Going back to the Levels of Awareness or Consciousness, Freire mentioned of the three levels of awareness but in the book Helping Health Workers Learn by David Werner, the fourth level which is Fanatical Awareness, was included.

  1. MAGICAL CONSCIOUSNESS: People tend to be fatalistic, passive, silent and docile. They do not question the injustices around them. They see themselves as defenseless. They submit themselves to the dominant force. They have no analysis of the contradictions outside them.
  2. NAIVE CONSCIOUSNESS: People are aware of their problems of injustices but they do not make connections with the world outside. They individualize their problems and see them as personal accidents. When they acquire power they become the mirror image of their oppressors.
  3. CRITICAL CONSCIOUSNESS: People stop looking at their problem and make connections with the structural problems outside them that cause their marginalization. They stop seeing the problems as mere personal or individual accidents. Critical consciousness involves making connections with the socio-economic, political and cultural contradictions in society. It means looking at reality and recognizing such contradictions as a fact.
  4. FANATICAL CONSCIOUSNESS: People who bring their consciousness to the level of fanaticism. And do not connect their problems with structural problems. They tend to blame the victim/survivors for the problems. They simply refuse to listen to other people. Extremism and social prejudice are examples of fanatical consciousness. Their general attitude is that their adversaries are always wrong and they will never be wrong.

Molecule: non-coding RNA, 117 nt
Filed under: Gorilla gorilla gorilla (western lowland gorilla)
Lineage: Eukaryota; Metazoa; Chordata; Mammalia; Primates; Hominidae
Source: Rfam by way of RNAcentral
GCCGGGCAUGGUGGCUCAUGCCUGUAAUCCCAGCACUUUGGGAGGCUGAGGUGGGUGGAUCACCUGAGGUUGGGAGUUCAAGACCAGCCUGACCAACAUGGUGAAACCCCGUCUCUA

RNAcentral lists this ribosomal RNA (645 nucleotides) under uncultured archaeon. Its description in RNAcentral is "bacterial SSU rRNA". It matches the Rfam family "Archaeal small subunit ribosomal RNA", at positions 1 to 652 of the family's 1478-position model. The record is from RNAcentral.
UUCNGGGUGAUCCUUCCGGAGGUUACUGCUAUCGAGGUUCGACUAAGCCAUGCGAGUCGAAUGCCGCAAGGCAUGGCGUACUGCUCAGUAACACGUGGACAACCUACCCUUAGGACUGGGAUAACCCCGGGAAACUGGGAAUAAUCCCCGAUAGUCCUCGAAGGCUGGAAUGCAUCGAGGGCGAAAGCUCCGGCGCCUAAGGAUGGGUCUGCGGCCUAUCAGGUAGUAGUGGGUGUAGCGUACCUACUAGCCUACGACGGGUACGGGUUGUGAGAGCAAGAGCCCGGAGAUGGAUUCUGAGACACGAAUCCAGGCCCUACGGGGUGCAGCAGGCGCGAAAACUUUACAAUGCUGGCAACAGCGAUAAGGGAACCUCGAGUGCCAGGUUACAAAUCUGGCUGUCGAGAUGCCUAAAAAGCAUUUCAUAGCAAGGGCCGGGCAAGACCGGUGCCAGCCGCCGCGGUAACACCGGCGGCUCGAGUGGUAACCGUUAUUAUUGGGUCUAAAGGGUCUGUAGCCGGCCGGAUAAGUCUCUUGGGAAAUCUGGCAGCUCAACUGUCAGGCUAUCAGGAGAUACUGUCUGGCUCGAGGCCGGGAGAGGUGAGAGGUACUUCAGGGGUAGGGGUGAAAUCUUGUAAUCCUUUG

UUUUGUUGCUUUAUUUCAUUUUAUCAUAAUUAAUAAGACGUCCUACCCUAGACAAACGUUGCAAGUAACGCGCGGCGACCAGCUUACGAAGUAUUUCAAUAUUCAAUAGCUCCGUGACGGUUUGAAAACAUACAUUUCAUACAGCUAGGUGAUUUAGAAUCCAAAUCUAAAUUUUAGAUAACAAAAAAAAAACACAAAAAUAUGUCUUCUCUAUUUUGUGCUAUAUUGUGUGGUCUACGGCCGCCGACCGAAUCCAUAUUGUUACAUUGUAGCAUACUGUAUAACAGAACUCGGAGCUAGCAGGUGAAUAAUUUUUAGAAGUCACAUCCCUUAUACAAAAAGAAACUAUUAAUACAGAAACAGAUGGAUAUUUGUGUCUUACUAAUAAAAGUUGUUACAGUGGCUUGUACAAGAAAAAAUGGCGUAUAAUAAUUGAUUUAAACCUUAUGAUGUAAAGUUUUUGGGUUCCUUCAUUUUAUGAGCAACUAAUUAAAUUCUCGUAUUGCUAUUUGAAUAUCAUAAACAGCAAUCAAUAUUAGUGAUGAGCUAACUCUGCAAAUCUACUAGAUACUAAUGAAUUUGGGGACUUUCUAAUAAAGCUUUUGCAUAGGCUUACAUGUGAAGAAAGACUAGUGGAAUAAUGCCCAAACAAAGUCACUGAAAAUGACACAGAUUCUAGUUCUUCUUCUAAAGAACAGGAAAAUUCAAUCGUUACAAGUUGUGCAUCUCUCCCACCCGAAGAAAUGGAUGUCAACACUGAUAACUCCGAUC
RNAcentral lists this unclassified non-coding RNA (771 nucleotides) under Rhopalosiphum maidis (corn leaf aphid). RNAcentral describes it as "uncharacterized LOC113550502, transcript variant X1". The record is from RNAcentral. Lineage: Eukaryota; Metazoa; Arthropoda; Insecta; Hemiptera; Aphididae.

Among these four levels, it is Critical Awareness that is important to genuine empowerment. Critical analysis, seeks to understand the interplay of the societal structures and also connects the local scenario with the global scenario. The 1978 Declaration of Alma Ata emphasizes the relationships and hence the health solutions are not only a matter of technologies. Community health development also seeks to address the social structures that underpin health. Communication is vital. Discussions and debates are facilitated to ensure a discursive democracy and a higher level of critical thinking.

Colleagues, I have so many stories from the grassroots. I encourage you to listen to people’s stories because you cannot depend totally on the dominant media to educate you. Among the conscienticized or critically aware media people, I heard of the term “subjugated knowledge” and worse, “programmed ignorance.” Stories are told according to the bias of dominant entities.